Third Time’s a Charm: Civilian Expeditionary Workforce Deployment

  • Published
  • By Robert Canino
In 1992 as an Air Force Civil Engineer Squadron active-duty member, I was fortunate to deploy to Saudi Arabia in support of Operation Desert Shield. After six years of being retired from active duty, and rejoining the military by way of the Air Force Retiree to Air Force Reserve Program, in 2005 I deployed for a second time to the United Arab Emirates in support of Operation Enduring Freedom.

Deploying both as an active-duty member and reservist was an honor and a magnificent opportunity to serve our nation and experience travel to foreign countries. Ending the AFR enlistment days and continuing in the Department of the Air Force in a civilian position at Headquarters Pacific Air Force (HQ PACAF), I was certain deployment opportunities were gone forever.

Then in 2010, I was introduced to the Civilian Expeditionary Workforce (CEW) Program, where Department of Defense employees serve at the forefront of military operations. This was intriguing, stimulating news, and maybe affording a chance at a third deployment?  Luckily, Colonel Karl Bosworth, HQ PACAF/A7, knew and supported the CEW program, and encouraged participation.

Within three month of applying, it was off to Camp Atterbury Joint Maneuver Training Center, Indiana, for two weeks of contingency skills training. At Camp Atterbury, CEWs were introduced to a variety of human resource topics that covered pay entitlements, benefits, administrative leave and medical care. Military training subjects focused on weapons safety and live fire, being in a humvee roll-over simulator, and facing unexpected insurgent attacks by opposing forces. During vignettes, there were simulated business meetings with foreign nationals from Iraq and Afghanistan. The lesson plan was designed to teach about proper engagements and interactions with foreign nationals, proper introductions, reverence, personal interface and cultural differences. As part of the realism training, CEWs took a short helicopter ride simulating travel from one Forward Operation Base to another and landing under hostile conditions. All of the scenarios were informative, action-packed, scary at times and realistic for a true-to-life training environment.

When training ended, and following 20-plus hours of air travel, life at Camp Lemonnier, Djibouti in Africa began. Camp Lemonnier is home to the Combined Joint Task Force - Horn of Africa (CJTF-HOA) with a mission that includes operations in the East Africa region to build partner nation capacity that promotes regional security and stability, prevent conflict, and protect US and coalition interests. CJTF - HOA also executes military-to-military exchanges to increase international security, support regional development by constructing and renovating schools, clinics, hospitals, water well drilling and a variety of medical and veterinary civil affairs projects. Camp Lemonnier populace include active-duty Army, Navy, Air Force, Marines, Reservist, Guardsmen, allied forces, African militaries, DoD contractors, local-nationals and now CEWs from across the DoD.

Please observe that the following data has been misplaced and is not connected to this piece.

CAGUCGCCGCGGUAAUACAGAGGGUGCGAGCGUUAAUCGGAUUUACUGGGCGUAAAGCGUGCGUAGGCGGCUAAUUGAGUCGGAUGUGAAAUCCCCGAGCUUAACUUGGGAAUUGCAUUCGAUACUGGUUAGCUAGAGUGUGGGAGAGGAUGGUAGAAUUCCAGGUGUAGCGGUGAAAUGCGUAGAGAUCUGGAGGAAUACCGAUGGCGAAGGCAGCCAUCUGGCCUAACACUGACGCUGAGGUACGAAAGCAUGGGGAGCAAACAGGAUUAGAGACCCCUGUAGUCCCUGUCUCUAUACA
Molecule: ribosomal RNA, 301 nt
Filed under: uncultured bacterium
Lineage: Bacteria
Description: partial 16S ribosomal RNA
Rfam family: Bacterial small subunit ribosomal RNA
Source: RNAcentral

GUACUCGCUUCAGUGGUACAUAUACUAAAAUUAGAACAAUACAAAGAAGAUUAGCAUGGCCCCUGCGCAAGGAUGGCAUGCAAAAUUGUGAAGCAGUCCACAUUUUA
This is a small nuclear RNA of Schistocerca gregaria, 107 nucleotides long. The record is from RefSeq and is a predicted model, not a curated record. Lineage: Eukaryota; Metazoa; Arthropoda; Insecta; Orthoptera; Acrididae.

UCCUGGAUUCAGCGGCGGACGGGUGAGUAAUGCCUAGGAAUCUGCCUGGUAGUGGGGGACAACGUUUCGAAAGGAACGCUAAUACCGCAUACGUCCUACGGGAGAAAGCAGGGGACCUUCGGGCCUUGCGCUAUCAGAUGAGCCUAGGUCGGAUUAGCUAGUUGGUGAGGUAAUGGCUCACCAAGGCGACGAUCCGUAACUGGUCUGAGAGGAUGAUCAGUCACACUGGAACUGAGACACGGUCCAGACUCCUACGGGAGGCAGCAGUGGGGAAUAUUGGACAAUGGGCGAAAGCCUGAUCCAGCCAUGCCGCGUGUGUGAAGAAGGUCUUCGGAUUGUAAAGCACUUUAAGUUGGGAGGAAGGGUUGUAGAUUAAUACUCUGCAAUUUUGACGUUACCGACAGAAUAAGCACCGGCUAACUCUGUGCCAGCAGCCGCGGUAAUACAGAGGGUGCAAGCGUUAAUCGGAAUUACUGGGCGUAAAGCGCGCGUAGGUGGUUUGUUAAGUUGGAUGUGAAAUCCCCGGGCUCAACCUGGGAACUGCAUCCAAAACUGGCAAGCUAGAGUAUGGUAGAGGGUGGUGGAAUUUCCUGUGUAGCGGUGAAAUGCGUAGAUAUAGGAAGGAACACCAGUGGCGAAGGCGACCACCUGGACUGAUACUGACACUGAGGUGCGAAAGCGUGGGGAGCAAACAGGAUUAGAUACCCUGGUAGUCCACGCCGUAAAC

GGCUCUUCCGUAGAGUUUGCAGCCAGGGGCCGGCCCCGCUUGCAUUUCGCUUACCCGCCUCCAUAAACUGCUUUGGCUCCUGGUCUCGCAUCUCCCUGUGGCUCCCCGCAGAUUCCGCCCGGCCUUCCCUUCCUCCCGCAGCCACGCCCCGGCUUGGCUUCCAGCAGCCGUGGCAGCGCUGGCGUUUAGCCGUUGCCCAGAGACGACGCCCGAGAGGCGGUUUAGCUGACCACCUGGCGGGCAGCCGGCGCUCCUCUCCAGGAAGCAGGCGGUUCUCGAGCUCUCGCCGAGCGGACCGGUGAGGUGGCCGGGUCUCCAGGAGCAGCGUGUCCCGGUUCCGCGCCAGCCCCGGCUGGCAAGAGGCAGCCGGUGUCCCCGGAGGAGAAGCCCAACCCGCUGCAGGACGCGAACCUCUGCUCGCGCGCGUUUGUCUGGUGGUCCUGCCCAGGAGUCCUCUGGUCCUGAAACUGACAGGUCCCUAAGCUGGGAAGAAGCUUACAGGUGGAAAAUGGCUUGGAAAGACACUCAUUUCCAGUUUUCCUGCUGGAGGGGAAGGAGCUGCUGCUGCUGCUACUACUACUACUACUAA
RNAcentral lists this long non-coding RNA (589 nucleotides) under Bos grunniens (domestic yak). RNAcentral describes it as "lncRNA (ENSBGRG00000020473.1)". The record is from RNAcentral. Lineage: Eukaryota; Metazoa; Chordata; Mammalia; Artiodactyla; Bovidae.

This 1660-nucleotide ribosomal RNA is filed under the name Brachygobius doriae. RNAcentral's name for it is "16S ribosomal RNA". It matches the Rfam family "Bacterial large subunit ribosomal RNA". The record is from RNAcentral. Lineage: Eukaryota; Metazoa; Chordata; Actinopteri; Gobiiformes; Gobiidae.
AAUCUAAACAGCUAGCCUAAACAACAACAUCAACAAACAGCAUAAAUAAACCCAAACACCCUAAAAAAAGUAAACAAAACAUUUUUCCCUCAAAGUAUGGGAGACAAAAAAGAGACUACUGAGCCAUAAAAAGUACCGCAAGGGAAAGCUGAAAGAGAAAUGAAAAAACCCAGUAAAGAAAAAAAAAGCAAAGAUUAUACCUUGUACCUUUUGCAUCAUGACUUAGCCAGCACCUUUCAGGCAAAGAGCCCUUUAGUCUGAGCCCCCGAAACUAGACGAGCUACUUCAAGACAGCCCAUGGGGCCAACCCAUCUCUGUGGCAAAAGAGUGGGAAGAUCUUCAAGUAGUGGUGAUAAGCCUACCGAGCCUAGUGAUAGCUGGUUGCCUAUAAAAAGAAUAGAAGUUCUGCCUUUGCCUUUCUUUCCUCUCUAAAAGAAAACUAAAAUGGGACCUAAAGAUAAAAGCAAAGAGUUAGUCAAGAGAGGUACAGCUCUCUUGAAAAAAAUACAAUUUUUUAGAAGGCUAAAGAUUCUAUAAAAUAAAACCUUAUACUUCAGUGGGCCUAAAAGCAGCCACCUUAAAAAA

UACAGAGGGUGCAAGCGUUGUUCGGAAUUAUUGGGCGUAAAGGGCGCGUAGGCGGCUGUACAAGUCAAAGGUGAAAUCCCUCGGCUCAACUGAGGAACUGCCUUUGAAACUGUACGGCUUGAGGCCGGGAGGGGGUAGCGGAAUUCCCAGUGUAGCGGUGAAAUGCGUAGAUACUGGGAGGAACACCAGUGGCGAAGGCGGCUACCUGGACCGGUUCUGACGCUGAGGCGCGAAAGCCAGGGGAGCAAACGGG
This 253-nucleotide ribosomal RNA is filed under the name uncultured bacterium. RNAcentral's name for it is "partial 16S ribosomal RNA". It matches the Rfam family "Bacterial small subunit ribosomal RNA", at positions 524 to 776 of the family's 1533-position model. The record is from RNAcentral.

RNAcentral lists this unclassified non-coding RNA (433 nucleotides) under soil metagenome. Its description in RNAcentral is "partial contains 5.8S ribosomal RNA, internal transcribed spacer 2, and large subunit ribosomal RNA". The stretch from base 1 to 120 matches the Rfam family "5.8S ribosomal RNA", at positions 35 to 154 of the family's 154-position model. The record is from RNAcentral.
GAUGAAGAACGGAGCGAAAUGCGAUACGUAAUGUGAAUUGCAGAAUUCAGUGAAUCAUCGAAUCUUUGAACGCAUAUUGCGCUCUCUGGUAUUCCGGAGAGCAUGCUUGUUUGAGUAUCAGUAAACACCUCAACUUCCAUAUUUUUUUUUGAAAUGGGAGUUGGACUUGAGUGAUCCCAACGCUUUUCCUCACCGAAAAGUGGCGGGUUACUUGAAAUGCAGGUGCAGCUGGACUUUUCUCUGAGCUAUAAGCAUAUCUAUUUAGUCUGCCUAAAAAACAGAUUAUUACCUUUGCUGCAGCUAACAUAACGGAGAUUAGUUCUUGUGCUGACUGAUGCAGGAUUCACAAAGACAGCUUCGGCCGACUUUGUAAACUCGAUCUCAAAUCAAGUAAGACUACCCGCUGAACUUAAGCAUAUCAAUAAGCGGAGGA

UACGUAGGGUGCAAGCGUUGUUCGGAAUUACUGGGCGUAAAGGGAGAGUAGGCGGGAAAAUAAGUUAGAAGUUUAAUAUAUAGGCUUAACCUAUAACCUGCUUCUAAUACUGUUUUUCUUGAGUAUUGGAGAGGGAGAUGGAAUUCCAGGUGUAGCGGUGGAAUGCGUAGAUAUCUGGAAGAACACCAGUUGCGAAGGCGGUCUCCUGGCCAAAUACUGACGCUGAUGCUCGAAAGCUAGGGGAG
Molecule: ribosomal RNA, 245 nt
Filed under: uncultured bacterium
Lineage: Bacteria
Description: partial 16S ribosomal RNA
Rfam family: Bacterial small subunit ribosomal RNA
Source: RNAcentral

The Camp has everything necessary for a comfortable tour and amenities include air-conditioned containerized work and living units, a well-stocked exchange, theater, laundry, medical, gymnasium, and the same mail services found at home station. Meals at the dining facility are good-tasting, plentiful and staff members provide first-rate hospitality. Morale, Welfare and Recreation offer numerous tournaments for all kinds of games, sports and travel opportunities throughout the continent.

Djibouti Africa is bordered by Eritrea in the north, Ethiopia in the west and south, Somalia in the southeast, and summertime temperatures can reach 120 degrees Fahrenheit. The remainder of the border is formed by the Red Sea and the Gulf of Aden in the east providing beach and ocean recreation adventures on and under the water. Local MWR outings include Lake Assal, Moucha Island, a cheetah sanctuary, swimming with whale sharks, boat trips, dinner cruises, folk dance and much more.

The CEW program not only provides an opportunity to assist in military operations, it offers foreign travel, a chance to serve with U.S. forces and coalition members. So, if you have a sense of adventure, don't mind a little hardship and possess fortitude consider deploying under the Civil Expeditionary Workforce program!